Sunday, June 05, 2005

Amnesty: Tragedy of Tiananmen remains alive

As Amnesty International said yesterday, there has of course been no inquiry into the June 1989 Beijing massacre; an unknown number of activists from those times are still in prison and people are still being given harsh sentences for discussing the events.

On the eve of the 16th anniversary of the crackdown on the 1989 pro-democracy movement in Beijing, Amnesty International calls for justice for those who lost their lives on June 3-4, who remain in prison since then for their involvement in these tragic events, and who have subsequently been imprisoned for their calls for a reassessment of the events of 1989.

"Tiananmen clearly remains very much alive today for the Chinese public and the demands by Chinese citizens for justice continue," said Amnesty International.

"We reiterate call on the Chinese government to conduct an independent inquiry into the killing of unarmed students and demonstrators. Those found responsible should be tried and brought to justice. We also call on the government to release all those who are still imprisoned in connection with the Tiananmen crackdown and who never received fair trials."

The government must stop new arrests and harsh treatment of individuals who express their views and share information on the internet and elsewhere regarding Tiananmen.


Numerous Chinese citizens have been detained and imprisoned for such activities. To name only a few:

• Shi Tao: a writer and journalist, was sentenced on April 30, 2005 to 10 years imprisonment for providing an overseas Web site with an official document alerting journalists to possible social instability around the 15th anniversary of the Tiananmen crackdown. He was charged with "illegally revealing state secrets abroad."

• Kong Youping, a former trade union activist was sentenced to 15 years imprisonment in September 2004 after he had posted articles and poems on the internet calling for a reassessment of the 1989 pro-democracy movement.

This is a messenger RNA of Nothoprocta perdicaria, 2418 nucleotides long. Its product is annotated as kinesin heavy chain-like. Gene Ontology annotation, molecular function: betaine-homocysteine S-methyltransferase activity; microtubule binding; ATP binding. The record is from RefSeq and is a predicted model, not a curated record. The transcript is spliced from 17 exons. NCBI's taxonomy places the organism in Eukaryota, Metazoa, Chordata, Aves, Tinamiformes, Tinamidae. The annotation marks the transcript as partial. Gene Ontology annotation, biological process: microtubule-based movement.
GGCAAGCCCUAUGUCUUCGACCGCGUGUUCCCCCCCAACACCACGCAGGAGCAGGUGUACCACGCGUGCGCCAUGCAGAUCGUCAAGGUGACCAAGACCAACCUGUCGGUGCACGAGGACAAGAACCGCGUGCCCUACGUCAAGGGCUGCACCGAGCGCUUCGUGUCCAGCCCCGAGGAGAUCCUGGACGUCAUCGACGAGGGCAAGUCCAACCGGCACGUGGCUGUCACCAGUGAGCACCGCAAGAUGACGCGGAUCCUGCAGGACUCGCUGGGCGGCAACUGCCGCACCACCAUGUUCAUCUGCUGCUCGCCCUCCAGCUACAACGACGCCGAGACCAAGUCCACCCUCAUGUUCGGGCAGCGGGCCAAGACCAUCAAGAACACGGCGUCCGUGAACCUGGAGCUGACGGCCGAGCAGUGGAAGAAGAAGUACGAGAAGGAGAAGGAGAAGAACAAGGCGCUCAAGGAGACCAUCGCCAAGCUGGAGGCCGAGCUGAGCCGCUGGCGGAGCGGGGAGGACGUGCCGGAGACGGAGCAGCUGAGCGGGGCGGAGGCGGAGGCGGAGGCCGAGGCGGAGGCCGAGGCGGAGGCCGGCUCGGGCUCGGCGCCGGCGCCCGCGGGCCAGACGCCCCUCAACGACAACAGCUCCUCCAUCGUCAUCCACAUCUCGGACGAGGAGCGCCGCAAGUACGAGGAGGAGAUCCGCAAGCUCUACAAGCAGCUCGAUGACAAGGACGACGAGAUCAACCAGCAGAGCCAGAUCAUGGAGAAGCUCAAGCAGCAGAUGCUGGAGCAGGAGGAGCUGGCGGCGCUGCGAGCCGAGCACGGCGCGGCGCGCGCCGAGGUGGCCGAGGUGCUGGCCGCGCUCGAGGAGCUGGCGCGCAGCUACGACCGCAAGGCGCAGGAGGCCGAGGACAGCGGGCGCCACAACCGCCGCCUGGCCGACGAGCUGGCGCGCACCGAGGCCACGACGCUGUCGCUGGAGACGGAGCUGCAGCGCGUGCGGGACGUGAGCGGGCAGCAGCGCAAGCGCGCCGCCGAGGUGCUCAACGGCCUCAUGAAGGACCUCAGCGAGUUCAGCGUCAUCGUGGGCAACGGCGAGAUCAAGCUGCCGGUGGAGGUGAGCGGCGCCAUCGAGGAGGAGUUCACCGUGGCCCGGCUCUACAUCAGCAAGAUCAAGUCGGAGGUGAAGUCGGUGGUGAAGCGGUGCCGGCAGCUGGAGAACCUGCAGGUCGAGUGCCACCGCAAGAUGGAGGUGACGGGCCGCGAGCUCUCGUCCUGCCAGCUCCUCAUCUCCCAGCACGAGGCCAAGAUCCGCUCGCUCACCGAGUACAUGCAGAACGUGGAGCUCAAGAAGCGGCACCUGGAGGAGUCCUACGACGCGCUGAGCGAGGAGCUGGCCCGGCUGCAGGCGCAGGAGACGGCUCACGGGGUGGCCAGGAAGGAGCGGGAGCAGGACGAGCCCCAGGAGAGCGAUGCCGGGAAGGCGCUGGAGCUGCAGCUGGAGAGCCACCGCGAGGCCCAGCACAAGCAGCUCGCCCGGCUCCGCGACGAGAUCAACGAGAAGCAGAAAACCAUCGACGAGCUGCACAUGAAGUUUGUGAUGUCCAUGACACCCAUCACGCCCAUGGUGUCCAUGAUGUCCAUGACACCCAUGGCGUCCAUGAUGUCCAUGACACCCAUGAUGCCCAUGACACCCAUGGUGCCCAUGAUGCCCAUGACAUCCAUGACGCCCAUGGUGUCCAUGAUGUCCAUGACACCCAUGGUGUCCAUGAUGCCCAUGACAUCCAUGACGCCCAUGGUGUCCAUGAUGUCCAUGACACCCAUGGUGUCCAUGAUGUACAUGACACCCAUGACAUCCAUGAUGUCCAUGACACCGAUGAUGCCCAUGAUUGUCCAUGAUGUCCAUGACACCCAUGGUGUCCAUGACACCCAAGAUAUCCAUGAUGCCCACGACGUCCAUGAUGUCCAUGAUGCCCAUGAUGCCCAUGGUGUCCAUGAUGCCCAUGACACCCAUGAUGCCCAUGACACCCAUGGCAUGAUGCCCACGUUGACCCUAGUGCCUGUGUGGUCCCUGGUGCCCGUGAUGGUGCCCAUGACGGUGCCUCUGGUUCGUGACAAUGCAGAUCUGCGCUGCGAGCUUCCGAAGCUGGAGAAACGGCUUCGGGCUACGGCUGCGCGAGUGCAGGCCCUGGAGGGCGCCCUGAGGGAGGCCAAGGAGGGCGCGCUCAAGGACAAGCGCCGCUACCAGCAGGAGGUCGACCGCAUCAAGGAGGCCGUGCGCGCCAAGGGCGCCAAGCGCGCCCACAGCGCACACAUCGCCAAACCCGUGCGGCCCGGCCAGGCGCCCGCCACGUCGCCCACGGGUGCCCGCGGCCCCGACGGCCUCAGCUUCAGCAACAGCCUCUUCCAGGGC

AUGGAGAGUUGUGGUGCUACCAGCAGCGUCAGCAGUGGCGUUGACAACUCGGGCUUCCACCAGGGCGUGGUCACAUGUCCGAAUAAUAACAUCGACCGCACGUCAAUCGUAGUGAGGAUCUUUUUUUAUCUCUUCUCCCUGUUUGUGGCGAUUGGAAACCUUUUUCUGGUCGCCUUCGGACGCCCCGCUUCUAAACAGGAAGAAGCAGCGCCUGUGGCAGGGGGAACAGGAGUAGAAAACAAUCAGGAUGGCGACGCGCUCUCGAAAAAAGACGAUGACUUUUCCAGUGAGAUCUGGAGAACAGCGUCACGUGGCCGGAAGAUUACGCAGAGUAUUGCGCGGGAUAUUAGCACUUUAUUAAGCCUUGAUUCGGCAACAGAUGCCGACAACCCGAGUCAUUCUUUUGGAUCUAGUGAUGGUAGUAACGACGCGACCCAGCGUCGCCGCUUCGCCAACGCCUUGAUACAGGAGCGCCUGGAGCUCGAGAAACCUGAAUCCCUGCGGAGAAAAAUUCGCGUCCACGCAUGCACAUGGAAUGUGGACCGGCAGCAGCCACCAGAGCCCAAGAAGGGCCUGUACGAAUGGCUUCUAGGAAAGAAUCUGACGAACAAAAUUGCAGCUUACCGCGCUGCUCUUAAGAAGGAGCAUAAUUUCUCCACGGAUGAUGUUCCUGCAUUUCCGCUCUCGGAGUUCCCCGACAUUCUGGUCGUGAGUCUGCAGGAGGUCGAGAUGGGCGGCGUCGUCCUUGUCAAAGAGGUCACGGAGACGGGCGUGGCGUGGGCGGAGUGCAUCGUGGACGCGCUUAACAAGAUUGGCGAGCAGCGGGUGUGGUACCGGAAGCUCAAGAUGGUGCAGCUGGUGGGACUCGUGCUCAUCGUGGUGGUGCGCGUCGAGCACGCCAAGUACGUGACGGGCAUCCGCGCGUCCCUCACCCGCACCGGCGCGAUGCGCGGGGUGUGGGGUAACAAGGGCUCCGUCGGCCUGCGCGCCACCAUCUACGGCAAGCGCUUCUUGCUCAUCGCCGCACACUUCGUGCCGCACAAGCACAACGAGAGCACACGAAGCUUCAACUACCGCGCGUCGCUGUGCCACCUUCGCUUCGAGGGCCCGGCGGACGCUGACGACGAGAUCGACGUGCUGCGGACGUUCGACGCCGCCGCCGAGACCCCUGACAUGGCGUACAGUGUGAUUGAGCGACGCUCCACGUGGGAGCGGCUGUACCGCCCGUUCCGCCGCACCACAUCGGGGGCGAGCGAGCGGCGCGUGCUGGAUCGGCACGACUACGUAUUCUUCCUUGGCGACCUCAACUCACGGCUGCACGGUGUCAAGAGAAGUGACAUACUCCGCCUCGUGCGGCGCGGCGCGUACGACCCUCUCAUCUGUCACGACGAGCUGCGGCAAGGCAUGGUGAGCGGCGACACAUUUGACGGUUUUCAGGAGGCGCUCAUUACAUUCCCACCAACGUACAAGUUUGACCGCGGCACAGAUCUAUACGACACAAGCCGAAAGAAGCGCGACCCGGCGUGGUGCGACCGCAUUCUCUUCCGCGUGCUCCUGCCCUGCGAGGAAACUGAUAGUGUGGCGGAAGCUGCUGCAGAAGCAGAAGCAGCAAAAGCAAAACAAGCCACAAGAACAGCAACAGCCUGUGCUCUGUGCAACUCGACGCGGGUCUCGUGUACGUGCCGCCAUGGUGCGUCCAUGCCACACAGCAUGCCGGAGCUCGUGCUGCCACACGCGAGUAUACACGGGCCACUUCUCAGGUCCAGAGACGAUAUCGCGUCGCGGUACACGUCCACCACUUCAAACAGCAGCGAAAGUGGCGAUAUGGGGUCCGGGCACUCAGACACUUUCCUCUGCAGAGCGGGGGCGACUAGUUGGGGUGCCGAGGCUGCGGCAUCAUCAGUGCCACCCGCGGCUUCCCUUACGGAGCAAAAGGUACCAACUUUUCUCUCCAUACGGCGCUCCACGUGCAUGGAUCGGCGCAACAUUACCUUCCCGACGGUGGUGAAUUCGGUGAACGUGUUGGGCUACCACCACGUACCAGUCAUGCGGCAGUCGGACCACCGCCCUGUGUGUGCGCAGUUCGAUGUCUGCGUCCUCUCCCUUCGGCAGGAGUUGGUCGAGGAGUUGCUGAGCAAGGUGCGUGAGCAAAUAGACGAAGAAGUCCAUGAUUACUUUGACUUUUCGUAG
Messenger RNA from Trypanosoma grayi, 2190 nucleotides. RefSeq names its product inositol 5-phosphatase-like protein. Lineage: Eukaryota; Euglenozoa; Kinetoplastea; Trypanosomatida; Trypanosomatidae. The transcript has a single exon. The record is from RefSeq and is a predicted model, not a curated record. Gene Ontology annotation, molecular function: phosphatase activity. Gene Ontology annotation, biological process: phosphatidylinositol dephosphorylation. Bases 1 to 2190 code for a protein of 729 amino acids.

• Huang Qi, was sentenced in 2003 to 5 years imprisonment for hosting an online discussion forum on Tiananmen and human rights abuses by the Chinese government.

The Tiananmen Mothers (set up by Ding Zilin after her son was killed in Beijing on June 4, 1989) have never ceased to call for an independent review of the events of 1989 or to seek justice for the 126 relatives whose loved ones were killed, despite persistent harassment and intimidation including periodic detention and house arrest by the authorities in an effort to prevent them from exercising their legal rights.


The fact that international opinion still considers the events of 1989 and China's human rights record today of relevance was recently demonstrated in the EU's decision in May of this year not to lift its embargo on arms sales to China. EU ministers specifically pointed to the need for the release of individuals still held in prison for their involvement in Tiananmen, along with other improvements in human rights such as reform of the Chinese system of detention without trial known as 'Re-education through Labour'.

Moreover, as Chinese premier Wen Jiabao himself stated in New Delhi on 12 April 2005, "only a country that respects history, takes responsibility for history and wins over the trust of peoples in Asia and the world at large can take greater responsibilities in the international community."

Read the complete press release

I think it is a bit dangerous for Amnesty to use the EU's continuing arms embargo as a gauge of continuing international concern. The Chinese government will be able to claim that the international community no longer cares if the EU ends the embargo -- as I fear it soon will.

Whoever wrote the press release is implicitly accusing Wen Jiabao of hypocrisy because the remark they quote in the last paragraph was about Japan. It is darkly amusing how well it applies to China.

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